Study summary:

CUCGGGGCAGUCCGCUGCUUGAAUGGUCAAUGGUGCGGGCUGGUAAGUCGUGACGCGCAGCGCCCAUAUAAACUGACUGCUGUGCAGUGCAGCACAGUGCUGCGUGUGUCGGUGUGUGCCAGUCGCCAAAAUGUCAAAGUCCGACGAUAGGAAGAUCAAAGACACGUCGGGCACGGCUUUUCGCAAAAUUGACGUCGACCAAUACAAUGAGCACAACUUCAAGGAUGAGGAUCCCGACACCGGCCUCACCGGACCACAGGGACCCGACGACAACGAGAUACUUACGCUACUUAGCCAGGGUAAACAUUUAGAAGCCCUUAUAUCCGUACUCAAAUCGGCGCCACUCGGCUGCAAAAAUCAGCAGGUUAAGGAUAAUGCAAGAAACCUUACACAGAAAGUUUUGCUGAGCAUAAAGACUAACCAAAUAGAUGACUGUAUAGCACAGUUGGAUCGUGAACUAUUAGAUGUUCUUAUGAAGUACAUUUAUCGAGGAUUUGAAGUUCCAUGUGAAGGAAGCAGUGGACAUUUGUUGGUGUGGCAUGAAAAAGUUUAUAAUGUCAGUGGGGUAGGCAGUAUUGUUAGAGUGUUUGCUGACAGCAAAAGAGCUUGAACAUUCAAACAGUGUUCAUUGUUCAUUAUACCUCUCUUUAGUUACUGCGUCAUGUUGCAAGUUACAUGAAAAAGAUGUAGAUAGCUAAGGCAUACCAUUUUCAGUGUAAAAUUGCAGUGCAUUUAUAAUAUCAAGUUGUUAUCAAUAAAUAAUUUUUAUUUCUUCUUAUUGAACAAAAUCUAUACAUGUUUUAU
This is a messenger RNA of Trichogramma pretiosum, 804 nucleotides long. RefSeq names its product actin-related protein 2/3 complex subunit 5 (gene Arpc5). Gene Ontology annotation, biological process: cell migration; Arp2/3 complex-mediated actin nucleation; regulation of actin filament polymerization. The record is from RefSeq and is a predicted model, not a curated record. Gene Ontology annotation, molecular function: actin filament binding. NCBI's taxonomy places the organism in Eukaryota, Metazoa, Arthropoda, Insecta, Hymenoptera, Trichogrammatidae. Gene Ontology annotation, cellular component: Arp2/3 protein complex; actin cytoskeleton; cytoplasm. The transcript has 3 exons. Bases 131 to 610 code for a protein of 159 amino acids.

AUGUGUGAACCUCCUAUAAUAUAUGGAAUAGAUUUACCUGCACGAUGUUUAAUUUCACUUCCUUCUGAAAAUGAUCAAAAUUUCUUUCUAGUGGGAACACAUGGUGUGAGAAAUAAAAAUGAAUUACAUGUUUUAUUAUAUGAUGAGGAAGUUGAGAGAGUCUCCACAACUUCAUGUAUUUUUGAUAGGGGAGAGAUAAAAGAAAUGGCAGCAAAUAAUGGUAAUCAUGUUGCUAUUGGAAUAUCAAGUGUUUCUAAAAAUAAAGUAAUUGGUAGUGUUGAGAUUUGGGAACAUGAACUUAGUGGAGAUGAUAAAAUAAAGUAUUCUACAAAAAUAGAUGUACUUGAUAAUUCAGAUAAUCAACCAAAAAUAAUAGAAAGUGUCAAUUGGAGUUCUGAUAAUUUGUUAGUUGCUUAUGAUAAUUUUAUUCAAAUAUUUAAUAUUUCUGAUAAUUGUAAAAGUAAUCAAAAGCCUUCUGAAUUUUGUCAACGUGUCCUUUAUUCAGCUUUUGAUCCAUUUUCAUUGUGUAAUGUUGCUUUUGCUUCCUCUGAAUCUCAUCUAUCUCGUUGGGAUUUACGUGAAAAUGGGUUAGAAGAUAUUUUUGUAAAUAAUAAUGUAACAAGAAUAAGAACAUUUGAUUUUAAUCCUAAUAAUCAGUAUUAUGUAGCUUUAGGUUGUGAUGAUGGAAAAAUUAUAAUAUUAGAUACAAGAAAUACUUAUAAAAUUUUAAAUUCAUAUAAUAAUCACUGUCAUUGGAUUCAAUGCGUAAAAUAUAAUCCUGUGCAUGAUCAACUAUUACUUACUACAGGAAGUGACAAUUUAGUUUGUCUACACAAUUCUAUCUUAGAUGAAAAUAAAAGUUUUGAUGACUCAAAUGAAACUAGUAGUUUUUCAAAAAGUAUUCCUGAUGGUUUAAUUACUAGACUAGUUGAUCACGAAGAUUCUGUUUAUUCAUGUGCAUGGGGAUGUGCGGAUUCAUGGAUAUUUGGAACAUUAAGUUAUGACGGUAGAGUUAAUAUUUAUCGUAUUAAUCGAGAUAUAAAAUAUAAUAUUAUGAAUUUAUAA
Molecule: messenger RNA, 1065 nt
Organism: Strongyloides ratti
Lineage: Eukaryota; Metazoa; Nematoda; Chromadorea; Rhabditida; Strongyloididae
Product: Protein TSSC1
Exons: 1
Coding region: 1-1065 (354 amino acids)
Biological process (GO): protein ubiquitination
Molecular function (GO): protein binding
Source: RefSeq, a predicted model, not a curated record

One of the most amazing scientific discoveries of the last decade has been the important roles that the trillions of micro-organisms in our guts (called the "microbiota") play in promoting good physical health and emotional well-being. Unfortunately, many aspects of the modern world conspire to alter the composition and function of the gut microbiota in ways that damage health, especially in the elderly where strong correlations have been seen between microbiota composition and frailty. Work from our research group and others suggests that one very important factor that damages the microbiota in the modern world is our separation from many micro-organisms with which the investigators co-evolved and which have the ability to lower the types of chronic inflammation that are ubiquitous in the modern world and that contribute to the development of most of our most pressing health issues, from diabetes and heart disease to depression and dementia (Huang et al., 2013; Mayer et al, 2014; Naseribafrouei, 2013). While much has been written about the positive psycho-social impacts that animal-human relationships have on human psychological health (Allen et al, 1991; Allen et al.; 2002; Collins et al, 2006; Kwong & Bartholomew, 2011; Kurdek, 2008; Wells, 2007), less is known about the direct physical effects that animals have on human health. What is known, however, is largely related to animals' effects on stress reduction (Allen et al, 1991; Allen et al., 2002) anxiety (Foster & McVey Neufeld, 2013), mood (Collins et al, 2006) and cardiovascular disease (Allen et al., 2002) What has been largely unexplored, however, is the mechanism by which these interactions and positive impacts on human health are taking place. Thus, working with colleagues who are world leaders in studying links between the microbiota and health, the investigators propose to conduct a study designed to explore the potential of dogs to serve as "probiotic delivery systems" to enhance the physical health and cognitive and emotional functioning of at-risk elderly persons. The rationale for this novel approach to enhancing health and well-being in the elderly comes from several lines of evidence. First, one recent study shows that family members share as much or more of the composition of their microbiota with their dogs as they do with each other (Song et al. 2013). This shows that the introduction of dogs into home environments has a profound impact on the human microbiota. Second, many studies show that children raised with dogs are less likely than others to develop a range of immune-mediated disorders, including asthma and allergies (Ownby et al. 2002; Almqvist et al. 2003; Havstad et al. 2011). This suggests that dogs can serve as probiotics for children by appropriately training their immune systems not to produce inflammation in response to harmless stimuli. Thus, what is not known, and what this study is designed to explore, is whether dogs might also improve the physical and mental health of elderly adults by improving the structure and function of their microbiota. This is a proof of concept / pilot study. Should results from this study suggest that there is indeed a positive benefit/relationship to canine companionship to the microbiota of elderly human companions, the investigators plan to implement a larger, full-scale clinical trial to investigate this phenomenon. Hypothesis: The investigators hypothesize that the introduction of a canine companion into the home of an elderly individual (defined as aged 50 and older) will result in an increase in protective or 'positive' gut micro-organisms and that this increase will correspond with improved immune functioning in the elderly human study participants.